Friday, May 01, 2009

Freestyle Friday

the long-awaited kickoff of 40 days of guest posts on The Vinyl Villain, one of the few must-read, go-to music blogs. The whole intriguing concept started a few months ago when Jim mentioned he was going on holiday (vacation to us Yanks) and wondered aloud, or actually in print, whether any of his readers would be interested in submitting a post about bands or songs that meant a lot to them. The response was so overwhelming that what started out as a month of posts stretched past May and into well into June.

My own contribution -- Postgrad Punk Reunion -- is set to run on the 13th of this month. More than that I am not at liberty to reveal; you'll have to wait like everybody else. But I've really been looking forward not just to the reaction my song choices will get, but also what all the other guest Villains have come up with.

SAW LAST WEEK that Electric Kool-Aid Acid Test -- perhaps the best book ever written on the '60s counterculture -- is finally getting the old cinematic treatment. Gus Van Sant -- known for memorable features like Drugstore Cowboy, Good Will Hunting and last year's hit biopic Milk, as well as misguided flops like Even Cowgirls Get the Blues and a WTF frame-by-frame remake of Hitchcock's Psycho -- is directing. That's the good news. The shaky part is Van Sant is said to be leaning toward either Jack Black or Woody Harrelson for the Ken Kesey role, which doesn't seem at all right to me. My first inclination would be to go with a relative uknown like myself or fellow Kesey fanatic John Starace, but if we're not available then either Michael Keaton or Bill Murray would do. Just a gut feeling.

Kesey was said to be infuriated when Jack Nicholson was cast in the lead role for the movie version of One Flew Over the Cuckoo's Nest; he wanted Gene Hackman playing Randall Patrick McMurphy (RPM). Jack worked out pretty well, such that now we couldn't even imagine anyone else in the role.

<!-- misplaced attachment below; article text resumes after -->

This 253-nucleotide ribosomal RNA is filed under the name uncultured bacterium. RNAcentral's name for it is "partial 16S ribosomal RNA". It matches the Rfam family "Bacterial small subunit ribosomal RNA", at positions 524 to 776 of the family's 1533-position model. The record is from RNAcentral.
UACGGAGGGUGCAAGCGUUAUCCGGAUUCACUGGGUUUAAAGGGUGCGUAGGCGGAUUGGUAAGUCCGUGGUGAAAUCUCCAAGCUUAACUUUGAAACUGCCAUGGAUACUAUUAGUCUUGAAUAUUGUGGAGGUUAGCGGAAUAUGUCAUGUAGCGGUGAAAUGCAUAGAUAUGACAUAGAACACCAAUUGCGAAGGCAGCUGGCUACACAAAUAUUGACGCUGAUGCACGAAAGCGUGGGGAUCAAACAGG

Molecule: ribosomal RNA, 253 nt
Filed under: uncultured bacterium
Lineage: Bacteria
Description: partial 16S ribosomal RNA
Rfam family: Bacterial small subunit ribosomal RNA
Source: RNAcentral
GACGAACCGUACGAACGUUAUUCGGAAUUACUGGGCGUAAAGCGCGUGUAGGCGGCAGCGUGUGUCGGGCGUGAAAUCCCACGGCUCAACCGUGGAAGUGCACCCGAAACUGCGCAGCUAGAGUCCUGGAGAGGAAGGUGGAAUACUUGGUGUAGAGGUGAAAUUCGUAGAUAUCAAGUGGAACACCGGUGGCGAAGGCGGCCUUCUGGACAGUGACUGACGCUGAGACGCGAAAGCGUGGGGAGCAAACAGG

No matter who they end up choosing for the lead role in Acid Test, it's filling out the other key roles -- Tom Wolfe himself, the Merry Pranksters, members of the very early Grateful Dead -- that will make or break the movie. But I can't wait to see what they make of one of my favorite books. Now if someone would only take on A Confederacy of Dunces once and for all and make a movie out of that great novel...

CAN NEWS GET ANY WORSE lately for hard-core conservatives? President Obama's approval ratings are still astronomical despite the right's best efforts to cast him as a far left radical -- red baiting being their only real stock in trade for almost a century now. Arlen Specter switches to the Democratic party, casting further dispersion on his old party as he does so. And now comes word that Obama will get to pick his first Supreme Court justice sooner rather than later -- NPR reporting that David Souter, a Bush I appointee back in 1990, is seriously considering stepping down later this year. That's another major blow for the Party That Time Has Passed By.

HAD MIXED FEELINGS when I read the following little blurb last week in the Business Briefs section of amNew York:
News, Post both bleed readers in latest audit
New York City's tabloids took a steep hit to their circulation numbers, according to the latest audit. The Daily News' circulation was at 602,857 on weekdays, down 14.3 percent, and 644,766 on Sundays, down 8.4 percent. The New York Post was at 558,140 weekdays, down 20.5 percent, and 357,168 on Sundays, down 11 percent.
That's all; I guess it's called a Brief for a reason. Now, my feelings about this development are mixed because I never want to see more newspapers going under, but the products these two companies put out have gone so far downhill that they really deserve to be put out of their misery.